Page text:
Sabtu, 14 Agustus 2010

Andai Titanic Mendengar

Amsal 3:11 - Hai anakku, janganlah engkau menolak didikan TUHAN, dan janganlah engkau bosan akan peringatan-Nya.

Mazmur 119:144 - Peringatan-peringat an-Mu adil untuk selama-lamanya, buatlah aku mengerti, supaya aku hidup.

Ketika melihat para awak kapal mengangkat bagasi dari bawah, Nyonya Albert Caldwel bertanya, “Benarkah kapal ini tidak bisa tenggelam?” “Benar, Nyonya,” jawab salah seorang diantaranya. “Bahkan, Tuhan sendiri tak mungkin menenggelamkan kapal ini.”

Dua
hari kemudian, kapal yang diberangkatkan dari Pelabuhan Southampton, Inggris, menuju New York itu memasuki kawasan Grand Banks, sebuah kawasan berbahaya karena banyak gunung es bawah laut. Pada 14 April 1912, dua puluh menit sebelum pukul 24.00 malam, kapal pesiar mewah, Titanic, menyerempet gunung es dan akhirnya tenggelam tiga jam kemudian.

Awalnya, Frederick Fleet, petugas menara pengintai melihat sesuatu yang gelap menghadang didepan. Mula-mula kecil, lama-kelamaan bertambah besar. Ia segera membunyikan bel bahaya. “Fleet, apa yang kamu lihat?” Tanya kapten kapal. “Gunung es didepan,” “Terima kasih,” jawab suara itu lagi, santai, seolah-olah tidak ada yang terjadi. Bahkan, ketika kapal menyerempet gunung es itu, sang kapten, Edward J. Smith, sama sekali tidak mengurangi kecepatan kapal. Titanic tetap melaju dengan kecepatan 22,5 knot, sekitar 45 km per jam, tanpa ada gerakan menghindari maut yang menanti didepan. Kapal mewah yang mengklaim diri “tidak bisa tenggelam” itu seolah-olah ingin menguji dirinya sendiri melawan gunung es raksasa.

Sungguh ironis, Titanic justru karam
dalam pelayaran perdananya! Bahkan Thomas Andrew, si pencipta kapal itu sendiri tidak mampu menyelamatkan kapal rancangannya. Hanya 705 orang penumpang yang selamat, itu pun diselamatkan oleh kapal tua Carpathia yang kebetulan lewat.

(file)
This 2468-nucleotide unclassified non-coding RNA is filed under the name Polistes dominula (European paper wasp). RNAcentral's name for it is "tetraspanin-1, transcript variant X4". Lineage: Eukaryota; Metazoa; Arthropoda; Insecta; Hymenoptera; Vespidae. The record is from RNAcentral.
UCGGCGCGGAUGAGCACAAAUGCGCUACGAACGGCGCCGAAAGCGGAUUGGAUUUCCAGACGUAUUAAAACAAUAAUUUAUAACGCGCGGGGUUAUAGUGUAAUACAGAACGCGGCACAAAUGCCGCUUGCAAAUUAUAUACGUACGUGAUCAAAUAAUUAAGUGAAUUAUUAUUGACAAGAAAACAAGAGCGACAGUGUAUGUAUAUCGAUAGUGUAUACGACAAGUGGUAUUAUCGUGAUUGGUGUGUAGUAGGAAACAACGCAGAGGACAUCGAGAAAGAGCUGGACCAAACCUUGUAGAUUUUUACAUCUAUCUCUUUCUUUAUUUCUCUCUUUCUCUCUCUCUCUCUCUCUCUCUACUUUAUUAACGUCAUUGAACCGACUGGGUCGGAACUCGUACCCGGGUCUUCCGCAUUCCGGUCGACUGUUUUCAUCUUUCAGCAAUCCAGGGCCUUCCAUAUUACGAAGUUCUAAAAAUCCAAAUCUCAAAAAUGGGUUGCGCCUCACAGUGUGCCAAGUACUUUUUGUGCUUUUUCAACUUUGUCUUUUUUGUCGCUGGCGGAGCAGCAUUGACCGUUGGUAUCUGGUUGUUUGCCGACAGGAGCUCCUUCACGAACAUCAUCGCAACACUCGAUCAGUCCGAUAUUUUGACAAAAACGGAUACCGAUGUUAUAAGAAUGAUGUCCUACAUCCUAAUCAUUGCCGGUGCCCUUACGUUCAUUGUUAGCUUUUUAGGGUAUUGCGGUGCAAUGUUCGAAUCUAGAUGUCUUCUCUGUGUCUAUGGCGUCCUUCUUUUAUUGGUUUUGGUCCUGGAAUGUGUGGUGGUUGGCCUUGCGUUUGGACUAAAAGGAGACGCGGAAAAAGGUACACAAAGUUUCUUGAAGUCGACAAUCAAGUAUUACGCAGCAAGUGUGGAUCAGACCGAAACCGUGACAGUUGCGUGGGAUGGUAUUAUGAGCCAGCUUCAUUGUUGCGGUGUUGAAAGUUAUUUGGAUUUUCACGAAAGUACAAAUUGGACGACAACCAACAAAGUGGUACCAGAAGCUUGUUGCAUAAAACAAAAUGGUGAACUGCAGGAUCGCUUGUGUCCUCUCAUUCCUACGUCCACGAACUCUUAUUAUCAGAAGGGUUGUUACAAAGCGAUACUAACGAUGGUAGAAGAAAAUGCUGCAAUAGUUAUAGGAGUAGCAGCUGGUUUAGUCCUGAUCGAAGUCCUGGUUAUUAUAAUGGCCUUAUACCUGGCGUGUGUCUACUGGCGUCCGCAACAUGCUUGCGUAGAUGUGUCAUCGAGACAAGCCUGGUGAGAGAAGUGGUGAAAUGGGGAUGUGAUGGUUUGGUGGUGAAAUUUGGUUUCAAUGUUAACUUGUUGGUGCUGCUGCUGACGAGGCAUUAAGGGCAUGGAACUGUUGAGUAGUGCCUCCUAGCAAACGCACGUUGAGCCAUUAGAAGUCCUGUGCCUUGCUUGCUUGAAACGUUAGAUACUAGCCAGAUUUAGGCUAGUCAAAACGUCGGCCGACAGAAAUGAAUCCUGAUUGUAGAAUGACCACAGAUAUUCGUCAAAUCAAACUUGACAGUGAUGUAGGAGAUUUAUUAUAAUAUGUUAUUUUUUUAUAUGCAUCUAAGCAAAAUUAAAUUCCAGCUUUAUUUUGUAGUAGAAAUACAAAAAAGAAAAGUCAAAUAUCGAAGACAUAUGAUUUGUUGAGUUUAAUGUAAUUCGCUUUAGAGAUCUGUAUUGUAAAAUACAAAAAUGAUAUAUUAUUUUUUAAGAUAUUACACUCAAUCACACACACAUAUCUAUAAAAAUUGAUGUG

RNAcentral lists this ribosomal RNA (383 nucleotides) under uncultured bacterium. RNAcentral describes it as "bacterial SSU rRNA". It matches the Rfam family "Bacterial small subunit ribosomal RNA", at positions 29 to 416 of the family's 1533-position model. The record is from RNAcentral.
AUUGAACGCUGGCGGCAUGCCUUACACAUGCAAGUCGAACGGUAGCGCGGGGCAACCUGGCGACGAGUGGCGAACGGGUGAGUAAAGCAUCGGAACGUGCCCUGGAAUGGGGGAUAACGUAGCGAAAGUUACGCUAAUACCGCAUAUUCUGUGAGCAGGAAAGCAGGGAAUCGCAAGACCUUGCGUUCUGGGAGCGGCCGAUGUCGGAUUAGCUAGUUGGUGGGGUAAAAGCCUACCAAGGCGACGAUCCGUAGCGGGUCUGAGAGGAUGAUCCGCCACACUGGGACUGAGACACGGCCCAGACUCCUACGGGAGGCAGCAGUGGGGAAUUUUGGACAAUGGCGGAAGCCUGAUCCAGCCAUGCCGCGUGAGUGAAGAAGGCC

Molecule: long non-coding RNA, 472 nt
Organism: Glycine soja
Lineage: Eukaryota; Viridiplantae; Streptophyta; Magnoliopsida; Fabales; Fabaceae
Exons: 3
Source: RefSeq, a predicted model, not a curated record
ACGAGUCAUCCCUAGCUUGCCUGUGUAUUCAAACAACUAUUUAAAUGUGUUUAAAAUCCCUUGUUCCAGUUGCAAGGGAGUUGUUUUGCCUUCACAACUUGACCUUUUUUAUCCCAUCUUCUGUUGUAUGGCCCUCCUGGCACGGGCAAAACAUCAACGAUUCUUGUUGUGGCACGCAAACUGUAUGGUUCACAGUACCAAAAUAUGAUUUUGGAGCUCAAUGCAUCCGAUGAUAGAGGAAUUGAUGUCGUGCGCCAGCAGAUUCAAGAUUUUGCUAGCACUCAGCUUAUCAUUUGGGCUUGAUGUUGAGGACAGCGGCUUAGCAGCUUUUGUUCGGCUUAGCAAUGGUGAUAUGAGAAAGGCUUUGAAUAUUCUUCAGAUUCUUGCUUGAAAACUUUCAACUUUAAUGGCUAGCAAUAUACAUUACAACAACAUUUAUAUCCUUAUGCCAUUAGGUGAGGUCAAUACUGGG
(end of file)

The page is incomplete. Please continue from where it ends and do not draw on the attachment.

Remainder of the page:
Seringkali kita jumpai, kesombongan membuat sebagian orang sulit untuk menerima teguran. Mengapa teguran dan peringatan selalu diasosiasikan dengan kelemahan atau aib?

Bukankah Amsal 27:5 berkata, “Lebih baik teguran yang nyata-nyata dari pada kasih yang tersembunyi.”

Bagaimanakah respons yang benar menghadapi sebuah teguran? Raja Daud
dalam Mzm 119:14 menganggap peringatan Tuhan sama bahagianya dengan menerima harta benda. Seseorang hanya bisa bertumbuh lewat masukan, teguran, bahkan peringatan dari orang lain.

Ada dua manfaat dari teguran atau peringatan. Pertama, peringatan membuat kita hidup. Andai kapten kapal Titanic mendengar peringatan bahaya dari petugas menara pengintai, mungkin saja Titanic tidak akan tenggelam. Peringatan akan meluputkan kita dari maut dan membawa pada kehidupan (Mzm 119:144). Sebaliknya, siapa yang tidak mengindahkan peringatan akan mati! (Ams 15:10). Kedua, peringatan memberi kita pengetahuan. Orang yang bersedia ditegur, pengetahuannya akan bertambah (Mzm 119:99). Ia akan bertambah bijaksana dan langkah hidupnya akan semakin tertata.

DOA: Tuhan, dalam kelemahanku, aku sering tidak siap untuk menerima teguran. Mampukanku dengan rendah hati menerima setiap masukan. Dalam Nama Tuhan Yesus aku berdoa. Amin.

6 komentar:

Anonim mengatakan...

The Titanic Story
On that fateful night of April 14, 1912 there were 2,235 souls crowded aboard the R.M.S. Titanic. There was no wind to speak of. The frigid, dark sea was calm, like a plate glass mirror beneath the star-spangled heavens. It was an hour before midnight on a starry, moonless night. While the band played on beneath the decks in the first class lounge, and while the night watch paced the Bridge high above, the greatest maritime tragedy in the history of sailing, stealthily, silently awaited them in the ice-strewn midnight waters of the North Atlantic.